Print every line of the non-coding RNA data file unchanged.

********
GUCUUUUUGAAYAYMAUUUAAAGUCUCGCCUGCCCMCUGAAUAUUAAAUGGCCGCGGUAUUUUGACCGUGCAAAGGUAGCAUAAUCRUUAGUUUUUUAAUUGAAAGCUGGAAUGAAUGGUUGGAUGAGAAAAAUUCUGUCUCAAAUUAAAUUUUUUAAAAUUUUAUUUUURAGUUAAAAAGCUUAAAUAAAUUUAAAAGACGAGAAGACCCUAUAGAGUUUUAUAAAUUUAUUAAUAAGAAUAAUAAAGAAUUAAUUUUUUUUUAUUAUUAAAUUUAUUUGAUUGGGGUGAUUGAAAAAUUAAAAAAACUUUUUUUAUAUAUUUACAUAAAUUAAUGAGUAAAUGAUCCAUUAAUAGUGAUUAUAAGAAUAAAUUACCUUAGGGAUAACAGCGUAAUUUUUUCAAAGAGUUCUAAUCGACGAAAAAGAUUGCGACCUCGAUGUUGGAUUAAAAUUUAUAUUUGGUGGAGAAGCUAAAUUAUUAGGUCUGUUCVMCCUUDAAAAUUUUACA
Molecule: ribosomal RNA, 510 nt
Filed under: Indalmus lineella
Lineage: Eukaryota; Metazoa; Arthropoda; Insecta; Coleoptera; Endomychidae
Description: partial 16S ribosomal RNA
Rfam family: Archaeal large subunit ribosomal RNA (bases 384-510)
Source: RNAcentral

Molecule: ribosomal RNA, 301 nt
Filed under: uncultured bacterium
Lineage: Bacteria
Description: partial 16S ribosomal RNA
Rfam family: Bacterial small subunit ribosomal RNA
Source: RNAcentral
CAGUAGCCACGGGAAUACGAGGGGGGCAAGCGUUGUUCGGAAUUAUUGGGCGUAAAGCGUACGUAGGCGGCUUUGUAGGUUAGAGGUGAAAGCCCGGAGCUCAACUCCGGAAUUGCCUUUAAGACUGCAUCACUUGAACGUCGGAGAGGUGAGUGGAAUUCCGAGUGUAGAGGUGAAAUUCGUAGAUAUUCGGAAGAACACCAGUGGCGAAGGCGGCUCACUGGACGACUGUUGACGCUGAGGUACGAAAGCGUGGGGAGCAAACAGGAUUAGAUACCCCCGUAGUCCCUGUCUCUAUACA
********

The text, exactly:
GUCUUUUUGAAYAYMAUUUAAAGUCUCGCCUGCCCMCUGAAUAUUAAAUGGCCGCGGUAUUUUGACCGUGCAAAGGUAGCAUAAUCRUUAGUUUUUUAAUUGAAAGCUGGAAUGAAUGGUUGGAUGAGAAAAAUUCUGUCUCAAAUUAAAUUUUUUAAAAUUUUAUUUUURAGUUAAAAAGCUUAAAUAAAUUUAAAAGACGAGAAGACCCUAUAGAGUUUUAUAAAUUUAUUAAUAAGAAUAAUAAAGAAUUAAUUUUUUUUUAUUAUUAAAUUUAUUUGAUUGGGGUGAUUGAAAAAUUAAAAAAACUUUUUUUAUAUAUUUACAUAAAUUAAUGAGUAAAUGAUCCAUUAAUAGUGAUUAUAAGAAUAAAUUACCUUAGGGAUAACAGCGUAAUUUUUUCAAAGAGUUCUAAUCGACGAAAAAGAUUGCGACCUCGAUGUUGGAUUAAAAUUUAUAUUUGGUGGAGAAGCUAAAUUAUUAGGUCUGUUCVMCCUUDAAAAUUUUACA
Molecule: ribosomal RNA, 510 nt
Filed under: Indalmus lineella
Lineage: Eukaryota; Metazoa; Arthropoda; Insecta; Coleoptera; Endomychidae
Description: partial 16S ribosomal RNA
Rfam family: Archaeal large subunit ribosomal RNA (bases 384-510)
Source: RNAcentral

Molecule: ribosomal RNA, 301 nt
Filed under: uncultured bacterium
Lineage: Bacteria
Description: partial 16S ribosomal RNA
Rfam family: Bacterial small subunit ribosomal RNA
Source: RNAcentral
CAGUAGCCACGGGAAUACGAGGGGGGCAAGCGUUGUUCGGAAUUAUUGGGCGUAAAGCGUACGUAGGCGGCUUUGUAGGUUAGAGGUGAAAGCCCGGAGCUCAACUCCGGAAUUGCCUUUAAGACUGCAUCACUUGAACGUCGGAGAGGUGAGUGGAAUUCCGAGUGUAGAGGUGAAAUUCGUAGAUAUUCGGAAGAACACCAGUGGCGAAGGCGGCUCACUGGACGACUGUUGACGCUGAGGUACGAAAGCGUGGGGAGCAAACAGGAUUAGAUACCCCCGUAGUCCCUGUCUCUAUACA